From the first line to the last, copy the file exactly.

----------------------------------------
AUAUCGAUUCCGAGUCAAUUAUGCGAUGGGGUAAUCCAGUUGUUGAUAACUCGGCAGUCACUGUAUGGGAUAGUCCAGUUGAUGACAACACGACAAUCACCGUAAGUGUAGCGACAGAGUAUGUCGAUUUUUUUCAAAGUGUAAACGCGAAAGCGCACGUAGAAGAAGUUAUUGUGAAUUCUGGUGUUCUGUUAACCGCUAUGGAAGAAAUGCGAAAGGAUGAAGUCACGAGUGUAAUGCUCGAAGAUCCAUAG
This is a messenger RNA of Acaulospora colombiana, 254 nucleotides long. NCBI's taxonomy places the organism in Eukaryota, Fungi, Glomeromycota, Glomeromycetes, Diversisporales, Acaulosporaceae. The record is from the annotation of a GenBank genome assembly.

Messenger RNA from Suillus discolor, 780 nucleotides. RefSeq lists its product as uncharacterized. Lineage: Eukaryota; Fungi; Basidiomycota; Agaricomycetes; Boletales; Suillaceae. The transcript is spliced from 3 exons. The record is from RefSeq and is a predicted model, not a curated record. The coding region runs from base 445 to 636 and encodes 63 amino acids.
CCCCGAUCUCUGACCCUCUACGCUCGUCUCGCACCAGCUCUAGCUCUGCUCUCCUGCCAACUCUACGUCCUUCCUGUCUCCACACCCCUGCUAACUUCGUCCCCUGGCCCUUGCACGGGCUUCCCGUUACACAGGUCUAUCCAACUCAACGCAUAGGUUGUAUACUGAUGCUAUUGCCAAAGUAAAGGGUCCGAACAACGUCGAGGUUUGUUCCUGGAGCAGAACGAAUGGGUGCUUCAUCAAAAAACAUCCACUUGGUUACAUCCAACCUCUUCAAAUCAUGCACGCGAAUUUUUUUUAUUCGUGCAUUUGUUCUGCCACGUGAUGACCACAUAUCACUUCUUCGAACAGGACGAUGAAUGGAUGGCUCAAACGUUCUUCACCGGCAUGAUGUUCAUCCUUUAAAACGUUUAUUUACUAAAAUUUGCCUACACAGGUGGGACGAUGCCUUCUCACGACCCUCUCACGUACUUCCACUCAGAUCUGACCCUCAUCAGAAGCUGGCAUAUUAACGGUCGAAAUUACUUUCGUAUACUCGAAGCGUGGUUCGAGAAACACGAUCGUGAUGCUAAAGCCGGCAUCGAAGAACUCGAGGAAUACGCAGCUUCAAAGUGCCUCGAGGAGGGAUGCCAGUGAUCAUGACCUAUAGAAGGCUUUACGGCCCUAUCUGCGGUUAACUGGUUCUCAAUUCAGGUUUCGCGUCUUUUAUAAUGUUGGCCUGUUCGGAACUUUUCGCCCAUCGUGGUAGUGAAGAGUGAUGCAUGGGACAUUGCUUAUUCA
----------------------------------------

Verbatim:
AUAUCGAUUCCGAGUCAAUUAUGCGAUGGGGUAAUCCAGUUGUUGAUAACUCGGCAGUCACUGUAUGGGAUAGUCCAGUUGAUGACAACACGACAAUCACCGUAAGUGUAGCGACAGAGUAUGUCGAUUUUUUUCAAAGUGUAAACGCGAAAGCGCACGUAGAAGAAGUUAUUGUGAAUUCUGGUGUUCUGUUAACCGCUAUGGAAGAAAUGCGAAAGGAUGAAGUCACGAGUGUAAUGCUCGAAGAUCCAUAG
This is a messenger RNA of Acaulospora colombiana, 254 nucleotides long. NCBI's taxonomy places the organism in Eukaryota, Fungi, Glomeromycota, Glomeromycetes, Diversisporales, Acaulosporaceae. The record is from the annotation of a GenBank genome assembly.

Messenger RNA from Suillus discolor, 780 nucleotides. RefSeq lists its product as uncharacterized. Lineage: Eukaryota; Fungi; Basidiomycota; Agaricomycetes; Boletales; Suillaceae. The transcript is spliced from 3 exons. The record is from RefSeq and is a predicted model, not a curated record. The coding region runs from base 445 to 636 and encodes 63 amino acids.
CCCCGAUCUCUGACCCUCUACGCUCGUCUCGCACCAGCUCUAGCUCUGCUCUCCUGCCAACUCUACGUCCUUCCUGUCUCCACACCCCUGCUAACUUCGUCCCCUGGCCCUUGCACGGGCUUCCCGUUACACAGGUCUAUCCAACUCAACGCAUAGGUUGUAUACUGAUGCUAUUGCCAAAGUAAAGGGUCCGAACAACGUCGAGGUUUGUUCCUGGAGCAGAACGAAUGGGUGCUUCAUCAAAAAACAUCCACUUGGUUACAUCCAACCUCUUCAAAUCAUGCACGCGAAUUUUUUUUAUUCGUGCAUUUGUUCUGCCACGUGAUGACCACAUAUCACUUCUUCGAACAGGACGAUGAAUGGAUGGCUCAAACGUUCUUCACCGGCAUGAUGUUCAUCCUUUAAAACGUUUAUUUACUAAAAUUUGCCUACACAGGUGGGACGAUGCCUUCUCACGACCCUCUCACGUACUUCCACUCAGAUCUGACCCUCAUCAGAAGCUGGCAUAUUAACGGUCGAAAUUACUUUCGUAUACUCGAAGCGUGGUUCGAGAAACACGAUCGUGAUGCUAAAGCCGGCAUCGAAGAACUCGAGGAAUACGCAGCUUCAAAGUGCCUCGAGGAGGGAUGCCAGUGAUCAUGACCUAUAGAAGGCUUUACGGCCCUAUCUGCGGUUAACUGGUUCUCAAUUCAGGUUUCGCGUCUUUUAUAAUGUUGGCCUGUUCGGAACUUUUCGCCCAUCGUGGUAGUGAAGAGUGAUGCAUGGGACAUUGCUUAUUCA